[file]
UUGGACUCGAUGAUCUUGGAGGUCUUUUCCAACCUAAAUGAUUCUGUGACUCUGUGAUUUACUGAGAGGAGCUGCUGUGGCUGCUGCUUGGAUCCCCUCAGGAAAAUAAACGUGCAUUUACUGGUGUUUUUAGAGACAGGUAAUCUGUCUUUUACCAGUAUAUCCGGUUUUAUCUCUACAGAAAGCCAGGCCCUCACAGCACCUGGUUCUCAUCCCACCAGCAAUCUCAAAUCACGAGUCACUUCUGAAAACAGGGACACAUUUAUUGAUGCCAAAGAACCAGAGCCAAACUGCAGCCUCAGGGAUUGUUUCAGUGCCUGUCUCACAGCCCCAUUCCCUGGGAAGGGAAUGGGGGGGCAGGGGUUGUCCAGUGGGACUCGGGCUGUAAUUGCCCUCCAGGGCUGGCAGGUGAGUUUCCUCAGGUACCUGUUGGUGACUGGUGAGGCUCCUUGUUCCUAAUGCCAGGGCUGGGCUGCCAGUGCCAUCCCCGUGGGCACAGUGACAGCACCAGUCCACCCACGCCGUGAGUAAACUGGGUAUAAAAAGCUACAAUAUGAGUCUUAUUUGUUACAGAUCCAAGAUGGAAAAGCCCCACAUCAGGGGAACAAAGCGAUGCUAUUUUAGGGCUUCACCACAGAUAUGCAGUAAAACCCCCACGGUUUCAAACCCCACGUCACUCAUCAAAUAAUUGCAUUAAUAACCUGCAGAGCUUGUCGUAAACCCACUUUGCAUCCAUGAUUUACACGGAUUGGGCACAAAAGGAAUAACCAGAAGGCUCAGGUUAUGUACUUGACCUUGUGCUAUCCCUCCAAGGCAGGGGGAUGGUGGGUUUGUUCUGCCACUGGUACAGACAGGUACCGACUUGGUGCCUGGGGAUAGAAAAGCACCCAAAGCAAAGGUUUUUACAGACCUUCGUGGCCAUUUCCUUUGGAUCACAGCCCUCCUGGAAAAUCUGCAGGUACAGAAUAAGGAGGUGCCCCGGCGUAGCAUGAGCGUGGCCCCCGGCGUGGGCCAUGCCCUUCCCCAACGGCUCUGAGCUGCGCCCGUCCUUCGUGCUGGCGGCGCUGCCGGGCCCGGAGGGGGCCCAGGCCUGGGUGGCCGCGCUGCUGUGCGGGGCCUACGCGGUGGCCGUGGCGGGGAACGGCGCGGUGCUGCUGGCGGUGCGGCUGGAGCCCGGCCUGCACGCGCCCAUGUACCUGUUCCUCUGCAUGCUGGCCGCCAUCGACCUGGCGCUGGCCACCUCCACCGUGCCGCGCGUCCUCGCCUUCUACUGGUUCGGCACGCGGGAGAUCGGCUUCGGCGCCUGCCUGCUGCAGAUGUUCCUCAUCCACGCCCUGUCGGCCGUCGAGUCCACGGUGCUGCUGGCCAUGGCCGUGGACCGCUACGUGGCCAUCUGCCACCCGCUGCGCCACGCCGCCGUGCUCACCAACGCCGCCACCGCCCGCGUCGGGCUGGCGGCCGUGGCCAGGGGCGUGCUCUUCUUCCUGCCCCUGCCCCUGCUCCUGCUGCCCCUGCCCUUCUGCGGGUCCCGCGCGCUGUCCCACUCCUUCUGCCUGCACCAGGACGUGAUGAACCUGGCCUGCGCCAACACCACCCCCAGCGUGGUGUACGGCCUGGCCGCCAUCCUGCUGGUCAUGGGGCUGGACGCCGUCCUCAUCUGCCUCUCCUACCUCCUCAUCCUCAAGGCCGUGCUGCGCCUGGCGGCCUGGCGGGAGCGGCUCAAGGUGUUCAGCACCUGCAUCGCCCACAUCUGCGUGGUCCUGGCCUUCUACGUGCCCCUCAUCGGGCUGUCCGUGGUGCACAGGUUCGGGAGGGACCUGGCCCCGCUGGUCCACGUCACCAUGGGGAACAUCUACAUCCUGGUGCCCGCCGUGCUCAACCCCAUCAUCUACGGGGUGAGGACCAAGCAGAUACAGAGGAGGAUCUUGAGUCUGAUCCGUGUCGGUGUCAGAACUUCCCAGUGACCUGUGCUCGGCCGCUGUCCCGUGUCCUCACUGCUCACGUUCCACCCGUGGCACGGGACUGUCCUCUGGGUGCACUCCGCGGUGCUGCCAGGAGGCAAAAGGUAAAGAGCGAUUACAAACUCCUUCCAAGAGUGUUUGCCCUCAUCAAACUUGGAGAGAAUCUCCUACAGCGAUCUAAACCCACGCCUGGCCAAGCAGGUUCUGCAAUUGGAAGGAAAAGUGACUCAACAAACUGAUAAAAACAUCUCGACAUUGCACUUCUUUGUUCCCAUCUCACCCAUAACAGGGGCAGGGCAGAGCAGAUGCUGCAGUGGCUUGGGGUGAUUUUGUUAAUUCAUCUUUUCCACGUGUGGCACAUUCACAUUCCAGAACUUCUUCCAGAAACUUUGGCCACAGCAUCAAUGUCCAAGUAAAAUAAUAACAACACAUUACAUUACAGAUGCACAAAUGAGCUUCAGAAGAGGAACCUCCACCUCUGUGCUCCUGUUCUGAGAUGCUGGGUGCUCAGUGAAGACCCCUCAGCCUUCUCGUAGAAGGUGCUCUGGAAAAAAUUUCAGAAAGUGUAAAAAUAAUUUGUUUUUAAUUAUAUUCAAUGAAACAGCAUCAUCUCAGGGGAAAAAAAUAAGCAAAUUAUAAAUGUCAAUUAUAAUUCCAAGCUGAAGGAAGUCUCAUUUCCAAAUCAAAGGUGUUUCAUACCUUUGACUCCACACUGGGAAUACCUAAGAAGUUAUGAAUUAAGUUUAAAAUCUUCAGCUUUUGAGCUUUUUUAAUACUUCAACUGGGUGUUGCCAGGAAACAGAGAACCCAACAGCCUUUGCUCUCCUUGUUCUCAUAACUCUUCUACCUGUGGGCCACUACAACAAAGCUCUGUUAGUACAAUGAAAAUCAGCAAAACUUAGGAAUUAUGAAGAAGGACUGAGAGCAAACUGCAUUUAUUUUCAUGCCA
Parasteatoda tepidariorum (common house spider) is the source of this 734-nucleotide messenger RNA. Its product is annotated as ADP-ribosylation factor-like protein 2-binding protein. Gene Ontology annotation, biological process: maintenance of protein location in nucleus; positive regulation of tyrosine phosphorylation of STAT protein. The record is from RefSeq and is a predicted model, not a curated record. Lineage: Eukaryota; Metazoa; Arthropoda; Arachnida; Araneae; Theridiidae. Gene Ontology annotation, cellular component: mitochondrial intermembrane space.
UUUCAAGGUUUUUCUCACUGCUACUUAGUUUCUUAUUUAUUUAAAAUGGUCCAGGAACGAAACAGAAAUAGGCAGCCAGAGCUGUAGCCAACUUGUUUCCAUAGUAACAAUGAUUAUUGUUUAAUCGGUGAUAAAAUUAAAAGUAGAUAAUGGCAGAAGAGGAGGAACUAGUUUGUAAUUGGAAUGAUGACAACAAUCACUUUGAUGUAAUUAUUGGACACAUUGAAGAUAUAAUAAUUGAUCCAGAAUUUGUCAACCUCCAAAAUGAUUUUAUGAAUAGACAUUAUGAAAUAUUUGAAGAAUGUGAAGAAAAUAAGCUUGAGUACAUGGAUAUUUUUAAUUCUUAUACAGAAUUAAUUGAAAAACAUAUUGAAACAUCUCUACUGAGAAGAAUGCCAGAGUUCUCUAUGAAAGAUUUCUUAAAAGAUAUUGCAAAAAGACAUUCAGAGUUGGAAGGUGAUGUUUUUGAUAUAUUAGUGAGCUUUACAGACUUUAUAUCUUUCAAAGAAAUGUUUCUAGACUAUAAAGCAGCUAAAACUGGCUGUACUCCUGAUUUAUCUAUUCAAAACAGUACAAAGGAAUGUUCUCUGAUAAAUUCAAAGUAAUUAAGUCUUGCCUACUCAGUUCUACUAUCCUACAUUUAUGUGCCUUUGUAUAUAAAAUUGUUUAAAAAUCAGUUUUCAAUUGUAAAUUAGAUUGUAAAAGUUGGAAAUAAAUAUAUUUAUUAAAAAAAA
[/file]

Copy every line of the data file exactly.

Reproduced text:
UUGGACUCGAUGAUCUUGGAGGUCUUUUCCAACCUAAAUGAUUCUGUGACUCUGUGAUUUACUGAGAGGAGCUGCUGUGGCUGCUGCUUGGAUCCCCUCAGGAAAAUAAACGUGCAUUUACUGGUGUUUUUAGAGACAGGUAAUCUGUCUUUUACCAGUAUAUCCGGUUUUAUCUCUACAGAAAGCCAGGCCCUCACAGCACCUGGUUCUCAUCCCACCAGCAAUCUCAAAUCACGAGUCACUUCUGAAAACAGGGACACAUUUAUUGAUGCCAAAGAACCAGAGCCAAACUGCAGCCUCAGGGAUUGUUUCAGUGCCUGUCUCACAGCCCCAUUCCCUGGGAAGGGAAUGGGGGGGCAGGGGUUGUCCAGUGGGACUCGGGCUGUAAUUGCCCUCCAGGGCUGGCAGGUGAGUUUCCUCAGGUACCUGUUGGUGACUGGUGAGGCUCCUUGUUCCUAAUGCCAGGGCUGGGCUGCCAGUGCCAUCCCCGUGGGCACAGUGACAGCACCAGUCCACCCACGCCGUGAGUAAACUGGGUAUAAAAAGCUACAAUAUGAGUCUUAUUUGUUACAGAUCCAAGAUGGAAAAGCCCCACAUCAGGGGAACAAAGCGAUGCUAUUUUAGGGCUUCACCACAGAUAUGCAGUAAAACCCCCACGGUUUCAAACCCCACGUCACUCAUCAAAUAAUUGCAUUAAUAACCUGCAGAGCUUGUCGUAAACCCACUUUGCAUCCAUGAUUUACACGGAUUGGGCACAAAAGGAAUAACCAGAAGGCUCAGGUUAUGUACUUGACCUUGUGCUAUCCCUCCAAGGCAGGGGGAUGGUGGGUUUGUUCUGCCACUGGUACAGACAGGUACCGACUUGGUGCCUGGGGAUAGAAAAGCACCCAAAGCAAAGGUUUUUACAGACCUUCGUGGCCAUUUCCUUUGGAUCACAGCCCUCCUGGAAAAUCUGCAGGUACAGAAUAAGGAGGUGCCCCGGCGUAGCAUGAGCGUGGCCCCCGGCGUGGGCCAUGCCCUUCCCCAACGGCUCUGAGCUGCGCCCGUCCUUCGUGCUGGCGGCGCUGCCGGGCCCGGAGGGGGCCCAGGCCUGGGUGGCCGCGCUGCUGUGCGGGGCCUACGCGGUGGCCGUGGCGGGGAACGGCGCGGUGCUGCUGGCGGUGCGGCUGGAGCCCGGCCUGCACGCGCCCAUGUACCUGUUCCUCUGCAUGCUGGCCGCCAUCGACCUGGCGCUGGCCACCUCCACCGUGCCGCGCGUCCUCGCCUUCUACUGGUUCGGCACGCGGGAGAUCGGCUUCGGCGCCUGCCUGCUGCAGAUGUUCCUCAUCCACGCCCUGUCGGCCGUCGAGUCCACGGUGCUGCUGGCCAUGGCCGUGGACCGCUACGUGGCCAUCUGCCACCCGCUGCGCCACGCCGCCGUGCUCACCAACGCCGCCACCGCCCGCGUCGGGCUGGCGGCCGUGGCCAGGGGCGUGCUCUUCUUCCUGCCCCUGCCCCUGCUCCUGCUGCCCCUGCCCUUCUGCGGGUCCCGCGCGCUGUCCCACUCCUUCUGCCUGCACCAGGACGUGAUGAACCUGGCCUGCGCCAACACCACCCCCAGCGUGGUGUACGGCCUGGCCGCCAUCCUGCUGGUCAUGGGGCUGGACGCCGUCCUCAUCUGCCUCUCCUACCUCCUCAUCCUCAAGGCCGUGCUGCGCCUGGCGGCCUGGCGGGAGCGGCUCAAGGUGUUCAGCACCUGCAUCGCCCACAUCUGCGUGGUCCUGGCCUUCUACGUGCCCCUCAUCGGGCUGUCCGUGGUGCACAGGUUCGGGAGGGACCUGGCCCCGCUGGUCCACGUCACCAUGGGGAACAUCUACAUCCUGGUGCCCGCCGUGCUCAACCCCAUCAUCUACGGGGUGAGGACCAAGCAGAUACAGAGGAGGAUCUUGAGUCUGAUCCGUGUCGGUGUCAGAACUUCCCAGUGACCUGUGCUCGGCCGCUGUCCCGUGUCCUCACUGCUCACGUUCCACCCGUGGCACGGGACUGUCCUCUGGGUGCACUCCGCGGUGCUGCCAGGAGGCAAAAGGUAAAGAGCGAUUACAAACUCCUUCCAAGAGUGUUUGCCCUCAUCAAACUUGGAGAGAAUCUCCUACAGCGAUCUAAACCCACGCCUGGCCAAGCAGGUUCUGCAAUUGGAAGGAAAAGUGACUCAACAAACUGAUAAAAACAUCUCGACAUUGCACUUCUUUGUUCCCAUCUCACCCAUAACAGGGGCAGGGCAGAGCAGAUGCUGCAGUGGCUUGGGGUGAUUUUGUUAAUUCAUCUUUUCCACGUGUGGCACAUUCACAUUCCAGAACUUCUUCCAGAAACUUUGGCCACAGCAUCAAUGUCCAAGUAAAAUAAUAACAACACAUUACAUUACAGAUGCACAAAUGAGCUUCAGAAGAGGAACCUCCACCUCUGUGCUCCUGUUCUGAGAUGCUGGGUGCUCAGUGAAGACCCCUCAGCCUUCUCGUAGAAGGUGCUCUGGAAAAAAUUUCAGAAAGUGUAAAAAUAAUUUGUUUUUAAUUAUAUUCAAUGAAACAGCAUCAUCUCAGGGGAAAAAAAUAAGCAAAUUAUAAAUGUCAAUUAUAAUUCCAAGCUGAAGGAAGUCUCAUUUCCAAAUCAAAGGUGUUUCAUACCUUUGACUCCACACUGGGAAUACCUAAGAAGUUAUGAAUUAAGUUUAAAAUCUUCAGCUUUUGAGCUUUUUUAAUACUUCAACUGGGUGUUGCCAGGAAACAGAGAACCCAACAGCCUUUGCUCUCCUUGUUCUCAUAACUCUUCUACCUGUGGGCCACUACAACAAAGCUCUGUUAGUACAAUGAAAAUCAGCAAAACUUAGGAAUUAUGAAGAAGGACUGAGAGCAAACUGCAUUUAUUUUCAUGCCA
Parasteatoda tepidariorum (common house spider) is the source of this 734-nucleotide messenger RNA. Its product is annotated as ADP-ribosylation factor-like protein 2-binding protein. Gene Ontology annotation, biological process: maintenance of protein location in nucleus; positive regulation of tyrosine phosphorylation of STAT protein. The record is from RefSeq and is a predicted model, not a curated record. Lineage: Eukaryota; Metazoa; Arthropoda; Arachnida; Araneae; Theridiidae. Gene Ontology annotation, cellular component: mitochondrial intermembrane space.
UUUCAAGGUUUUUCUCACUGCUACUUAGUUUCUUAUUUAUUUAAAAUGGUCCAGGAACGAAACAGAAAUAGGCAGCCAGAGCUGUAGCCAACUUGUUUCCAUAGUAACAAUGAUUAUUGUUUAAUCGGUGAUAAAAUUAAAAGUAGAUAAUGGCAGAAGAGGAGGAACUAGUUUGUAAUUGGAAUGAUGACAACAAUCACUUUGAUGUAAUUAUUGGACACAUUGAAGAUAUAAUAAUUGAUCCAGAAUUUGUCAACCUCCAAAAUGAUUUUAUGAAUAGACAUUAUGAAAUAUUUGAAGAAUGUGAAGAAAAUAAGCUUGAGUACAUGGAUAUUUUUAAUUCUUAUACAGAAUUAAUUGAAAAACAUAUUGAAACAUCUCUACUGAGAAGAAUGCCAGAGUUCUCUAUGAAAGAUUUCUUAAAAGAUAUUGCAAAAAGACAUUCAGAGUUGGAAGGUGAUGUUUUUGAUAUAUUAGUGAGCUUUACAGACUUUAUAUCUUUCAAAGAAAUGUUUCUAGACUAUAAAGCAGCUAAAACUGGCUGUACUCCUGAUUUAUCUAUUCAAAACAGUACAAAGGAAUGUUCUCUGAUAAAUUCAAAGUAAUUAAGUCUUGCCUACUCAGUUCUACUAUCCUACAUUUAUGUGCCUUUGUAUAUAAAAUUGUUUAAAAAUCAGUUUUCAAUUGUAAAUUAGAUUGUAAAAGUUGGAAAUAAAUAUAUUUAUUAAAAAAAA